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Sir John Paul Black (10 February 1895 – 24 December 1965) held several senior positions in the British motor industry including chairman of Standard-Triumph.

He was born in Kingston upon Thames on 10 February 1895 the son of a clerk, John George Black and his wife Ellen (Smith) and studied law at the University of London. During World War I he served first in the Royal Navy Volunteer Reserve before transferring to the Royal Tank Regiment where he gained the rank of Captain.

After the war he joined Hillman as a sales manager and in 1921 married one of the owner's daughters, (Margaret Verena b. 1887). Shortly afterwards he became joint managing director alongside his brother-in-law Spencer Wilks who had also married one of the Hillman girls (Kathleen Edith b. 1891). In 1928 he joined the boards of Humber and Commer.

In 1929, after Hillman, Humber and Commer had become part of the Rootes Group he resigned his posts and took up a new position at the Standard Motor Company and in 1933 he became managing director. With the possibility of war again looming he enthusiastically backed the government scheme for Shadow Factories and gained contracts to build and operate two.

During World War II he became chairman of the Aero Engine Committee, a role for which he gained a knighthood in 1943. In the later years of the war he organised the take over of Triumph and in 1953 he became chairman of Standard-Triumph with Alick S. Dick taking over control of day to day operations. He was injured in late 1953 in an accident when being given a demonstration of the Swallow Doretti: this affected his judgment and he was forced to resign in January 1954, officially because of his health. Shortly after Black died in 1965, his successor at the helm of Standard-Triumph recalled Black with obvious affection as an "extrovert and exciting, if somewhat controversial personality".[1] Recalling cars introduced under Black such as the Triumph TR2, Dick candidly stated that "the emphasis was on the chassis [and on the car's performance] rather than the body. [Also] typical [of Black] was the fact that all his cars had very little leg room and lots of head room because he was a six footer with short legs".[1]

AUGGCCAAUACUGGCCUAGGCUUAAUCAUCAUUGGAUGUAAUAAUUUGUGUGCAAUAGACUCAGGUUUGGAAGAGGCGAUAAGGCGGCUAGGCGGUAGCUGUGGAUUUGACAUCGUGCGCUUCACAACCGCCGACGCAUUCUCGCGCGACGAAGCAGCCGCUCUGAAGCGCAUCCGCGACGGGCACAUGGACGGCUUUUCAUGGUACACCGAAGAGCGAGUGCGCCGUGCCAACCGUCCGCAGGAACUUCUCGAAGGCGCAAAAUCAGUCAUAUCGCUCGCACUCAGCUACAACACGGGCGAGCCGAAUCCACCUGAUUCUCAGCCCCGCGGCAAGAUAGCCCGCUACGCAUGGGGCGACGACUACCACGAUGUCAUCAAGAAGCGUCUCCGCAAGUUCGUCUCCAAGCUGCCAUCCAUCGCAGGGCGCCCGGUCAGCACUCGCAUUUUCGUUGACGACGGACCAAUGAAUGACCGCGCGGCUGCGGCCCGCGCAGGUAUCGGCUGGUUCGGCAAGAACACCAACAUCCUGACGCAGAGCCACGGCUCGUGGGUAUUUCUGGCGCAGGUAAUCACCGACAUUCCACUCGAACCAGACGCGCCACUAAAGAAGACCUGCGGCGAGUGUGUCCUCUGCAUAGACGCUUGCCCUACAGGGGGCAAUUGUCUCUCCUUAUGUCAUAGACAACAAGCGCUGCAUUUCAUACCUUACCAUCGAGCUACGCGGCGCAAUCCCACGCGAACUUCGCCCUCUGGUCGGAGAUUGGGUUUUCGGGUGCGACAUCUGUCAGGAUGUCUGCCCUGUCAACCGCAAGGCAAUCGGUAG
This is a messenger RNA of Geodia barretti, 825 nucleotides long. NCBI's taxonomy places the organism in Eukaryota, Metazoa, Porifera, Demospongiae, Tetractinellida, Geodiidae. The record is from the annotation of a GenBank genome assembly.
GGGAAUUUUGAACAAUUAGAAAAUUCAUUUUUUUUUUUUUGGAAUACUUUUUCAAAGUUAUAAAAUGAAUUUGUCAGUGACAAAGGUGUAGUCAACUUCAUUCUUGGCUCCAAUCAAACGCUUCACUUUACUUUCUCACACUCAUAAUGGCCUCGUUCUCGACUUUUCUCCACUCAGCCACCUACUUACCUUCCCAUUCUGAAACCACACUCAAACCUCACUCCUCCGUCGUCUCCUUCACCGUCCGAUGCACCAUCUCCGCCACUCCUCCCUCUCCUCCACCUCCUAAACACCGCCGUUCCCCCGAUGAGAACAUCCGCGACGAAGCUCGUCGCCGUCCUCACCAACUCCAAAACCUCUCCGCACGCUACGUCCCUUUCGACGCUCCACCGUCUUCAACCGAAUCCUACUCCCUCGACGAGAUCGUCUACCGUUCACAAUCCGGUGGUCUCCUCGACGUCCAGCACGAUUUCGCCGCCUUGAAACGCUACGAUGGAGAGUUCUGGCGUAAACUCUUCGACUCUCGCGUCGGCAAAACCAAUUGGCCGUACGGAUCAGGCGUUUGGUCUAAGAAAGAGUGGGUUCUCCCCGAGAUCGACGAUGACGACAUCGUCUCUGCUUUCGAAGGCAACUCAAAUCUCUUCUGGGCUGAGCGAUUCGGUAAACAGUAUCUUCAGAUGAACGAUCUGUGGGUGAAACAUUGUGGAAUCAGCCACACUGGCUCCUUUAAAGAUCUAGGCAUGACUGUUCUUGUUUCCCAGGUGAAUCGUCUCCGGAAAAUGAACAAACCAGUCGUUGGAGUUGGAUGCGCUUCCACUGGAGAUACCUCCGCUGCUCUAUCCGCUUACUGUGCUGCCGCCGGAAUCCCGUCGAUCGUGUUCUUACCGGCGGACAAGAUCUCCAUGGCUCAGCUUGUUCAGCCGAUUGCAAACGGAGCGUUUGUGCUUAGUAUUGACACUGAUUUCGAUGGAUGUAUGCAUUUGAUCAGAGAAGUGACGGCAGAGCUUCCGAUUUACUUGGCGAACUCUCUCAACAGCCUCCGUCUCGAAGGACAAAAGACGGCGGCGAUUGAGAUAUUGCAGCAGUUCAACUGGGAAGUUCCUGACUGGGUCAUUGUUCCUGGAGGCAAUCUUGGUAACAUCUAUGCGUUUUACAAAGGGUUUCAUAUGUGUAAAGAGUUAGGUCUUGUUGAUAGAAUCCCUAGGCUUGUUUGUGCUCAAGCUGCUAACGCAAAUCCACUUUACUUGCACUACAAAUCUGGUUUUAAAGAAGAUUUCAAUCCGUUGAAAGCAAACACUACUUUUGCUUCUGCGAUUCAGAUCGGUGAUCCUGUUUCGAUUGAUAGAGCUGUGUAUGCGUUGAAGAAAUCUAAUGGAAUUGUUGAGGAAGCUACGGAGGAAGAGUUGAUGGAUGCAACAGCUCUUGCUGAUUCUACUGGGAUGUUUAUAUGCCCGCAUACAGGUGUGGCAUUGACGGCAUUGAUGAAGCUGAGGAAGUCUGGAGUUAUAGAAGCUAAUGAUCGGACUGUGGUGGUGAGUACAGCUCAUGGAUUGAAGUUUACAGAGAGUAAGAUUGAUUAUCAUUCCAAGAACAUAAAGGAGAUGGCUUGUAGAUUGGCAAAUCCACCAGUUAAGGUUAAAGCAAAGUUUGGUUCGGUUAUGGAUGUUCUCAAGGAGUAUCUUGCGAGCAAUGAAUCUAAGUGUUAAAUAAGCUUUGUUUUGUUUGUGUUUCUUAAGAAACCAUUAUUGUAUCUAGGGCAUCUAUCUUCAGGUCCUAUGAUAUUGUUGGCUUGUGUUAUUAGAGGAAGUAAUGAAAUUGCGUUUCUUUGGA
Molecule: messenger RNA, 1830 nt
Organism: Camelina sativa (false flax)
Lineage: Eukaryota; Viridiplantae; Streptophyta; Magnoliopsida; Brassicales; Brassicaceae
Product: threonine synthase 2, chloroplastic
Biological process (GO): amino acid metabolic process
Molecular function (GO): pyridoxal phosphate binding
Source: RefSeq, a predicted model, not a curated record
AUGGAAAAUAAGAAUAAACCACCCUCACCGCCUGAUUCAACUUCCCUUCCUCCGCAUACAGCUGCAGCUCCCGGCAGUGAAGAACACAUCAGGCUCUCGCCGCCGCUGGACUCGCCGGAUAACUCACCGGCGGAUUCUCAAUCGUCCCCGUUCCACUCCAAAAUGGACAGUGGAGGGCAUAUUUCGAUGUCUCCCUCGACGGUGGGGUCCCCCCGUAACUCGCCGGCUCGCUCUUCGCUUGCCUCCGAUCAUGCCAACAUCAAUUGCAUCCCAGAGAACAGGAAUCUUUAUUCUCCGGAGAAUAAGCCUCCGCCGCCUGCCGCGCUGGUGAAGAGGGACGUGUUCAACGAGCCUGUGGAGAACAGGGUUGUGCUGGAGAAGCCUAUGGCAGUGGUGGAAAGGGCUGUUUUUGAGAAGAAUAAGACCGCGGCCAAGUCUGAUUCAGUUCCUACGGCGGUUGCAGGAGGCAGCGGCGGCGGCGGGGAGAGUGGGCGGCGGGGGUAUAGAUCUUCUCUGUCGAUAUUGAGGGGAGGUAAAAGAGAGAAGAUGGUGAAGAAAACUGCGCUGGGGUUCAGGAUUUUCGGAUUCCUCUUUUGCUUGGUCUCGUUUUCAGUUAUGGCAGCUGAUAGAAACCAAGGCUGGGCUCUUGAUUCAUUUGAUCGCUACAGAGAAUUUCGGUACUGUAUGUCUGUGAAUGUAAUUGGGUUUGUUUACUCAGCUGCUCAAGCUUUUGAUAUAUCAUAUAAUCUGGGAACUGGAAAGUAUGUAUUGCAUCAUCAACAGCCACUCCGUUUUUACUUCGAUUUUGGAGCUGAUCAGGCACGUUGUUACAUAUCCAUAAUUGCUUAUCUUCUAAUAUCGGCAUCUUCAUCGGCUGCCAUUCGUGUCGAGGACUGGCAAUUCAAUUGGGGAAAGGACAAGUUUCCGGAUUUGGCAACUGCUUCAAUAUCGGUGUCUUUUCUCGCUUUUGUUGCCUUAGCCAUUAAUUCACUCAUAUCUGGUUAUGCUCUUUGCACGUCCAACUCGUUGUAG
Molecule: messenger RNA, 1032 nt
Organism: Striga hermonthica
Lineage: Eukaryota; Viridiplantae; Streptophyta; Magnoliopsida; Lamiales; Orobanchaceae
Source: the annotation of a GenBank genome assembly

In December 1954 Black accepted an appointment as deputy chairman of Enfield Cables Ltd.[2] In his retirement he took up farming. He died suddenly at Cheadle Hospital, Cheadle, Cheshire[2] on 24 December 1965 at the age of 70.

Black married Daisy Hillman, daughter of William Hillman, founder of the Hillman Motor Car Company, in 1921; the marriage was dissolved in 1939. He married again in 1943 to Alicia Joan Pears[3] Linton,[4] daughter of the Bishop of Persia later rector of Handsworth, with whom he had three sons.[3] The Oxford Dictionary of National Biography inaccurately identifies both father and daughter.


  1. 1.0 1.1 "The men who mattered". 28 October 1971. pp. Page 56. 
  2. 2.0 2.1 "News and views". 7 January 1966. pp. Page 31. 
  3. 3.0 3.1 Morewood, Steven (2004). "Oxford Dictionary of National Biography" ((subscription or UK public library membership required)). Oxford University Press. Retrieved 15 March 2011. 
  4. King 1989, p. 118
  • King, Peter (1989). "The Motor Men: Pioneers of the British Car Industry". Quiller Press. ISBN 1-870948-23-8. 

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